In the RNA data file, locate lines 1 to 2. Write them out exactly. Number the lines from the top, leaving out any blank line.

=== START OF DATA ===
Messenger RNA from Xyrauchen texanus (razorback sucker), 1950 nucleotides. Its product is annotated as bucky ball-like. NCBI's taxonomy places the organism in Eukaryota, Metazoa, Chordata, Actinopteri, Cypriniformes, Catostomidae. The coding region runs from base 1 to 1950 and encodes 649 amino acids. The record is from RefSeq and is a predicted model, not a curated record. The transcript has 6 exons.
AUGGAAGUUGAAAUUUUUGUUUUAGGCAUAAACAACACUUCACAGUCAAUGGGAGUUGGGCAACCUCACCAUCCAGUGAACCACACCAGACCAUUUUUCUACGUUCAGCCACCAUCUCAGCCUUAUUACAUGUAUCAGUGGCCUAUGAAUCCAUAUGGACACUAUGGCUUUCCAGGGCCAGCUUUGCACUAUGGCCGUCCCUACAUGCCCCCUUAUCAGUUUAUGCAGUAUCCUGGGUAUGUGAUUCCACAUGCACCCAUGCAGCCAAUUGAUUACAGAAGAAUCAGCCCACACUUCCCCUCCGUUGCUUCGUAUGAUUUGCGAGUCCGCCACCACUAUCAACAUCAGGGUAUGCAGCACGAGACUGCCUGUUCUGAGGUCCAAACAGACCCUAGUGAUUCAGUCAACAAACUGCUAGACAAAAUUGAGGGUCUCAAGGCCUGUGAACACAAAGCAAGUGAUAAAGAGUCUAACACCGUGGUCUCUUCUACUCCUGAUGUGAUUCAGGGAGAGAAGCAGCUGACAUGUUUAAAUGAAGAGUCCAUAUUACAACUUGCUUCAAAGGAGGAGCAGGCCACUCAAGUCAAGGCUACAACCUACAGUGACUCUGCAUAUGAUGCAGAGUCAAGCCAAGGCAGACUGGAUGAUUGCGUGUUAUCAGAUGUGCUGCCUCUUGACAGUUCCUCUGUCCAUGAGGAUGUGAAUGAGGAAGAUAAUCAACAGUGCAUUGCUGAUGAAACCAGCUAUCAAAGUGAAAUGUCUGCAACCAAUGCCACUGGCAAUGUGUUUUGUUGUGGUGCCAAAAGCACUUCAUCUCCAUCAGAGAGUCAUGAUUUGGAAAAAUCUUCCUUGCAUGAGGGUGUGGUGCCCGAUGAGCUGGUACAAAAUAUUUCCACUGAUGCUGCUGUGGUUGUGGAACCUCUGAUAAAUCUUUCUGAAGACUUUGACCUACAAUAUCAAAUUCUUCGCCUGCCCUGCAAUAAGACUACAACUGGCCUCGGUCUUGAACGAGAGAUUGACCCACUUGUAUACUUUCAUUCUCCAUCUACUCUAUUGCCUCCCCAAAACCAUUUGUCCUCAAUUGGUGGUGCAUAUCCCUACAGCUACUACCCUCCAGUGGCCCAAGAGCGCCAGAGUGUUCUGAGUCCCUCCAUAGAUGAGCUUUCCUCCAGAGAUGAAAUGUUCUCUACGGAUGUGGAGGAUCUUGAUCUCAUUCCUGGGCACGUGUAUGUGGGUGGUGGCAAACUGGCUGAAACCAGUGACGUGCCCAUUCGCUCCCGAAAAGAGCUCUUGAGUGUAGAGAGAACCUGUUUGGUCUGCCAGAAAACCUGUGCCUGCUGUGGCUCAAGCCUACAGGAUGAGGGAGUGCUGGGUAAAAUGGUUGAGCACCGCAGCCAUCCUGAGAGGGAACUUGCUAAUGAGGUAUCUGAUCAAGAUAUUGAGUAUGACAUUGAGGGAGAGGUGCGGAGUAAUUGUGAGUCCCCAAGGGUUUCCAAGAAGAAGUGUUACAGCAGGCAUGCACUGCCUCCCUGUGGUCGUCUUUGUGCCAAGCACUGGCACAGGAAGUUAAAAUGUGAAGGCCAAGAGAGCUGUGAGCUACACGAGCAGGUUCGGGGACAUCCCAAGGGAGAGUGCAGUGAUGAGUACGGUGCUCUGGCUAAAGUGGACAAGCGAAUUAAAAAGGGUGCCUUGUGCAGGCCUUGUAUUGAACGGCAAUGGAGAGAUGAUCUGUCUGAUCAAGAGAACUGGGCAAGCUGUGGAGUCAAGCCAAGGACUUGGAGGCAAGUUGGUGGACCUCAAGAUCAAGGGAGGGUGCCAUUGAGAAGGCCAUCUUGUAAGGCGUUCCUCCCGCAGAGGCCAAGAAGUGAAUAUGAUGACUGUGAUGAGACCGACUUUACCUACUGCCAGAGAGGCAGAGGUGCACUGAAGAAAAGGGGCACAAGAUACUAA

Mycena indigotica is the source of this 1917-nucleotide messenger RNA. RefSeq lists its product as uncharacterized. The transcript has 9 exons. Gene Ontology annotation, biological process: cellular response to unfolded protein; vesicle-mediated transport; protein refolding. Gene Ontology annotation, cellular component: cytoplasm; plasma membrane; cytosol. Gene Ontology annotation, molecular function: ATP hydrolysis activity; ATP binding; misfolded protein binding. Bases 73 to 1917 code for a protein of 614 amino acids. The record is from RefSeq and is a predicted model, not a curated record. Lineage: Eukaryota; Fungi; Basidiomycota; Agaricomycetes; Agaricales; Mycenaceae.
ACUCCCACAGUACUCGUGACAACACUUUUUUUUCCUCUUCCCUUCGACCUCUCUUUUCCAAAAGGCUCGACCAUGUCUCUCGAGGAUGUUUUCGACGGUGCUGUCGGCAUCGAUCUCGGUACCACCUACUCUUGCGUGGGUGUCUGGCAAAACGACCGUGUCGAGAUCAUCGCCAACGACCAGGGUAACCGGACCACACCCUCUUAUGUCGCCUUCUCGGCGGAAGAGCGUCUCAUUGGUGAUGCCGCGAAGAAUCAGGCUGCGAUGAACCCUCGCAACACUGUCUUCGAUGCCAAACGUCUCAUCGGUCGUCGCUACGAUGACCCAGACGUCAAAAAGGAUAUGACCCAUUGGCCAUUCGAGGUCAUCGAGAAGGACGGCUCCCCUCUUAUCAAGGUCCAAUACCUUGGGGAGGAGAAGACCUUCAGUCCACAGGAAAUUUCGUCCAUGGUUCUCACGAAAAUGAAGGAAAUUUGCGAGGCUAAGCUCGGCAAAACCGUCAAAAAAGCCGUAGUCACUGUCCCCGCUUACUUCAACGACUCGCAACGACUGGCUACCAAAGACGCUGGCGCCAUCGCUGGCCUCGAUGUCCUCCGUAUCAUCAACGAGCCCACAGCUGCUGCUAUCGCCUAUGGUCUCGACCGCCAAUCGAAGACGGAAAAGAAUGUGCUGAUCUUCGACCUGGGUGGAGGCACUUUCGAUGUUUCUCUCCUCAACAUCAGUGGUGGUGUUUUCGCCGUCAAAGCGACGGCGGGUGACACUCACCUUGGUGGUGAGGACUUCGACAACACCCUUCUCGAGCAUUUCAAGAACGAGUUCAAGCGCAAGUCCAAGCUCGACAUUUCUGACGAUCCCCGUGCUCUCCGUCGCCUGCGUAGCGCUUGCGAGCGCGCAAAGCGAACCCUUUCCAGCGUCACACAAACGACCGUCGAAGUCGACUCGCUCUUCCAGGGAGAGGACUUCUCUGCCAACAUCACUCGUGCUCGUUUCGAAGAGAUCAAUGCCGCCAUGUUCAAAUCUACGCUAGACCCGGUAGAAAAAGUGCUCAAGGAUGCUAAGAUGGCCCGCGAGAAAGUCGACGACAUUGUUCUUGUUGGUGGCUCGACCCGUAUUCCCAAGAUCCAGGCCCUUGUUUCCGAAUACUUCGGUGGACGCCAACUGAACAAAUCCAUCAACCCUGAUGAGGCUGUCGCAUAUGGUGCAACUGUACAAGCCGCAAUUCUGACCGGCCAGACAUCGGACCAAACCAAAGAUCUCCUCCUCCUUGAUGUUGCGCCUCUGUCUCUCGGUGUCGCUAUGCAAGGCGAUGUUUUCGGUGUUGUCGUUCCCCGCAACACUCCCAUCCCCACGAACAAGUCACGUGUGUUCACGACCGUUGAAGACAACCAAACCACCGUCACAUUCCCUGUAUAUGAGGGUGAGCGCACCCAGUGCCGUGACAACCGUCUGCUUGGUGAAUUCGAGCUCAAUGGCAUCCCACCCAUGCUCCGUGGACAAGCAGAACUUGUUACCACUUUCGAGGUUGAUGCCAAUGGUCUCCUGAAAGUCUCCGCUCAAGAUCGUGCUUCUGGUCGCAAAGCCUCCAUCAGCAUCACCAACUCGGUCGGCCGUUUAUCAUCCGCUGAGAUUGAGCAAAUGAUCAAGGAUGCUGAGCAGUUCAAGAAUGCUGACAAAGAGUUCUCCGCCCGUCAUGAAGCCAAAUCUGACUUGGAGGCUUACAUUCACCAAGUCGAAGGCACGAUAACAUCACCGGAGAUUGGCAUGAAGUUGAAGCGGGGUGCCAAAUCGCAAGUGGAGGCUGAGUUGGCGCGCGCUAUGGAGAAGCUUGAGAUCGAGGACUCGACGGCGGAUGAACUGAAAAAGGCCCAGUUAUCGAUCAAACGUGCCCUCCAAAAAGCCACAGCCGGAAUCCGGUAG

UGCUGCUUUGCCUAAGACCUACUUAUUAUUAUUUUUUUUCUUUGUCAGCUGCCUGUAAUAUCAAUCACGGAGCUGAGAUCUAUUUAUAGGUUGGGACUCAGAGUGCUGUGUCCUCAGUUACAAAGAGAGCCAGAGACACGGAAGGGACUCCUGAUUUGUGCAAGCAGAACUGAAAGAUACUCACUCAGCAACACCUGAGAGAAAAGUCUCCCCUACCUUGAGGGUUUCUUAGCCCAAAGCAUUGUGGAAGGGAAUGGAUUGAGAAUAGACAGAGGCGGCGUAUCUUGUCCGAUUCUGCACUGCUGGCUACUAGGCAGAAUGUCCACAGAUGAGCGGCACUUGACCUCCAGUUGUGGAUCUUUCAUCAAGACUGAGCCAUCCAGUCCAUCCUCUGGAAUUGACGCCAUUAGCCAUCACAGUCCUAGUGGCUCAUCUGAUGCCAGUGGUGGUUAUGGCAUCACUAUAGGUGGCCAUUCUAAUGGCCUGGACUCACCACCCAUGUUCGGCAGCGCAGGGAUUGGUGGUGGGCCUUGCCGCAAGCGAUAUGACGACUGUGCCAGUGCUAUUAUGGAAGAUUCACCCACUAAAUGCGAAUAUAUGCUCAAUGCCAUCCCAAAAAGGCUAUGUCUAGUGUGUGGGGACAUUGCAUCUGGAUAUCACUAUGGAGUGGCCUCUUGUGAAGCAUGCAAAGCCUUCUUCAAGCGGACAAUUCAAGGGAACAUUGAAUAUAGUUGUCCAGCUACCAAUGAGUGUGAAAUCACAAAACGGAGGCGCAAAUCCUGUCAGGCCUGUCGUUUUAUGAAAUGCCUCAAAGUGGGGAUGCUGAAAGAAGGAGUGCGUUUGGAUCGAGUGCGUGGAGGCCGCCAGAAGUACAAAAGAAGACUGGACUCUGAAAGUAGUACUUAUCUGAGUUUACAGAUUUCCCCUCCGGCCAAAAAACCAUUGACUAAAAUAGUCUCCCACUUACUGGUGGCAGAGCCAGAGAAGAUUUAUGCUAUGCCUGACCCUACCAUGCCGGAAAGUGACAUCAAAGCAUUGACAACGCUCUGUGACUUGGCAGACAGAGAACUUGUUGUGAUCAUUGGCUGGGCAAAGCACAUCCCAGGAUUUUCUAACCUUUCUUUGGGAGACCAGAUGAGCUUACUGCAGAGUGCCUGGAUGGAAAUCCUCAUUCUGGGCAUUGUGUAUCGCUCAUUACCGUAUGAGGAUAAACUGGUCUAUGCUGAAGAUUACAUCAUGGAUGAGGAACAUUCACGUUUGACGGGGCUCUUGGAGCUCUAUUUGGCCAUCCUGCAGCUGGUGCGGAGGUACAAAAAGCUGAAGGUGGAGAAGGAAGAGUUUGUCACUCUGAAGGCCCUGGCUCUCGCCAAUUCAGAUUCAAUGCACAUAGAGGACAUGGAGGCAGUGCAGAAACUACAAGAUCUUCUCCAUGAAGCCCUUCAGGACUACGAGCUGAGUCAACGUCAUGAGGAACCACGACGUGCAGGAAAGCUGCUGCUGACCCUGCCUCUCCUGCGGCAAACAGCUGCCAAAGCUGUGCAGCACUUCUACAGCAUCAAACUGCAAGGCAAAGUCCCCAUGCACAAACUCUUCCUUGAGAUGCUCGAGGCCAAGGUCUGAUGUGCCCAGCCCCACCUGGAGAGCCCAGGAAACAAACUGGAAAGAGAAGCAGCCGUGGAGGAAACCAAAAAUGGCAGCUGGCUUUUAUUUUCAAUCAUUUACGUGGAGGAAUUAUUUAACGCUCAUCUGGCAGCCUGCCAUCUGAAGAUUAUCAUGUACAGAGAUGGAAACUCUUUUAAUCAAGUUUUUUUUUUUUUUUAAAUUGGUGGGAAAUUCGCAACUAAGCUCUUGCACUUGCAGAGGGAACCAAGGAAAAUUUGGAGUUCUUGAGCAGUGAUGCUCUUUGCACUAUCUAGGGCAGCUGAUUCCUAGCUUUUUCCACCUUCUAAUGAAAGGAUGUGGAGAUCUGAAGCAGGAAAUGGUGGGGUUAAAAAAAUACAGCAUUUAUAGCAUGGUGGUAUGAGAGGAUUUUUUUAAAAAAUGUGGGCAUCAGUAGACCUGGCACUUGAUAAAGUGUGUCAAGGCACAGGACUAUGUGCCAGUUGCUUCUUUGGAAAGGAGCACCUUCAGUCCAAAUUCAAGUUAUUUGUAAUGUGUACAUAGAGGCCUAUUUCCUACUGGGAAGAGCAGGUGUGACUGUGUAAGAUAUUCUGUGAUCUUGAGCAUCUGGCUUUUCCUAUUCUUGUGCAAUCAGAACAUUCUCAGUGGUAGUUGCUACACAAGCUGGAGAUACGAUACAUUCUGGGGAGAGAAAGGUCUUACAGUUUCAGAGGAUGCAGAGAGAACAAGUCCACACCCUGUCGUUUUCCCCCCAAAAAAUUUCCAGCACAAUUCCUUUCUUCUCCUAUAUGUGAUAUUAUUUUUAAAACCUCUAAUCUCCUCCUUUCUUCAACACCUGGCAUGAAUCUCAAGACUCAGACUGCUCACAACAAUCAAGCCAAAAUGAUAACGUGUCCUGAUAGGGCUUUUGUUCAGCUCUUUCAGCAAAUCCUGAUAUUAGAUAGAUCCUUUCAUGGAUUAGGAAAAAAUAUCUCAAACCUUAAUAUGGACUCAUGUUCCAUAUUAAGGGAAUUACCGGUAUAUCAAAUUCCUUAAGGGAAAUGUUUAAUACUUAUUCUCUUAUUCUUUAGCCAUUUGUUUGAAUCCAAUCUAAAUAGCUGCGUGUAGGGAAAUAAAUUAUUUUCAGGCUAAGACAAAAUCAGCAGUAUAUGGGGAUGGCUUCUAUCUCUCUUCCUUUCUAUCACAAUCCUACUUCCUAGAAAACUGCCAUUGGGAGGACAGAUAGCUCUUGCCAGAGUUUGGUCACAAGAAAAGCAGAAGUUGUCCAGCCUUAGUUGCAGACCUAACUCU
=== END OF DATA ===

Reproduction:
Messenger RNA from Xyrauchen texanus (razorback sucker), 1950 nucleotides. Its product is annotated as bucky ball-like. NCBI's taxonomy places the organism in Eukaryota, Metazoa, Chordata, Actinopteri, Cypriniformes, Catostomidae. The coding region runs from base 1 to 1950 and encodes 649 amino acids. The record is from RefSeq and is a predicted model, not a curated record. The transcript has 6 exons.
AUGGAAGUUGAAAUUUUUGUUUUAGGCAUAAACAACACUUCACAGUCAAUGGGAGUUGGGCAACCUCACCAUCCAGUGAACCACACCAGACCAUUUUUCUACGUUCAGCCACCAUCUCAGCCUUAUUACAUGUAUCAGUGGCCUAUGAAUCCAUAUGGACACUAUGGCUUUCCAGGGCCAGCUUUGCACUAUGGCCGUCCCUACAUGCCCCCUUAUCAGUUUAUGCAGUAUCCUGGGUAUGUGAUUCCACAUGCACCCAUGCAGCCAAUUGAUUACAGAAGAAUCAGCCCACACUUCCCCUCCGUUGCUUCGUAUGAUUUGCGAGUCCGCCACCACUAUCAACAUCAGGGUAUGCAGCACGAGACUGCCUGUUCUGAGGUCCAAACAGACCCUAGUGAUUCAGUCAACAAACUGCUAGACAAAAUUGAGGGUCUCAAGGCCUGUGAACACAAAGCAAGUGAUAAAGAGUCUAACACCGUGGUCUCUUCUACUCCUGAUGUGAUUCAGGGAGAGAAGCAGCUGACAUGUUUAAAUGAAGAGUCCAUAUUACAACUUGCUUCAAAGGAGGAGCAGGCCACUCAAGUCAAGGCUACAACCUACAGUGACUCUGCAUAUGAUGCAGAGUCAAGCCAAGGCAGACUGGAUGAUUGCGUGUUAUCAGAUGUGCUGCCUCUUGACAGUUCCUCUGUCCAUGAGGAUGUGAAUGAGGAAGAUAAUCAACAGUGCAUUGCUGAUGAAACCAGCUAUCAAAGUGAAAUGUCUGCAACCAAUGCCACUGGCAAUGUGUUUUGUUGUGGUGCCAAAAGCACUUCAUCUCCAUCAGAGAGUCAUGAUUUGGAAAAAUCUUCCUUGCAUGAGGGUGUGGUGCCCGAUGAGCUGGUACAAAAUAUUUCCACUGAUGCUGCUGUGGUUGUGGAACCUCUGAUAAAUCUUUCUGAAGACUUUGACCUACAAUAUCAAAUUCUUCGCCUGCCCUGCAAUAAGACUACAACUGGCCUCGGUCUUGAACGAGAGAUUGACCCACUUGUAUACUUUCAUUCUCCAUCUACUCUAUUGCCUCCCCAAAACCAUUUGUCCUCAAUUGGUGGUGCAUAUCCCUACAGCUACUACCCUCCAGUGGCCCAAGAGCGCCAGAGUGUUCUGAGUCCCUCCAUAGAUGAGCUUUCCUCCAGAGAUGAAAUGUUCUCUACGGAUGUGGAGGAUCUUGAUCUCAUUCCUGGGCACGUGUAUGUGGGUGGUGGCAAACUGGCUGAAACCAGUGACGUGCCCAUUCGCUCCCGAAAAGAGCUCUUGAGUGUAGAGAGAACCUGUUUGGUCUGCCAGAAAACCUGUGCCUGCUGUGGCUCAAGCCUACAGGAUGAGGGAGUGCUGGGUAAAAUGGUUGAGCACCGCAGCCAUCCUGAGAGGGAACUUGCUAAUGAGGUAUCUGAUCAAGAUAUUGAGUAUGACAUUGAGGGAGAGGUGCGGAGUAAUUGUGAGUCCCCAAGGGUUUCCAAGAAGAAGUGUUACAGCAGGCAUGCACUGCCUCCCUGUGGUCGUCUUUGUGCCAAGCACUGGCACAGGAAGUUAAAAUGUGAAGGCCAAGAGAGCUGUGAGCUACACGAGCAGGUUCGGGGACAUCCCAAGGGAGAGUGCAGUGAUGAGUACGGUGCUCUGGCUAAAGUGGACAAGCGAAUUAAAAAGGGUGCCUUGUGCAGGCCUUGUAUUGAACGGCAAUGGAGAGAUGAUCUGUCUGAUCAAGAGAACUGGGCAAGCUGUGGAGUCAAGCCAAGGACUUGGAGGCAAGUUGGUGGACCUCAAGAUCAAGGGAGGGUGCCAUUGAGAAGGCCAUCUUGUAAGGCGUUCCUCCCGCAGAGGCCAAGAAGUGAAUAUGAUGACUGUGAUGAGACCGACUUUACCUACUGCCAGAGAGGCAGAGGUGCACUGAAGAAAAGGGGCACAAGAUACUAA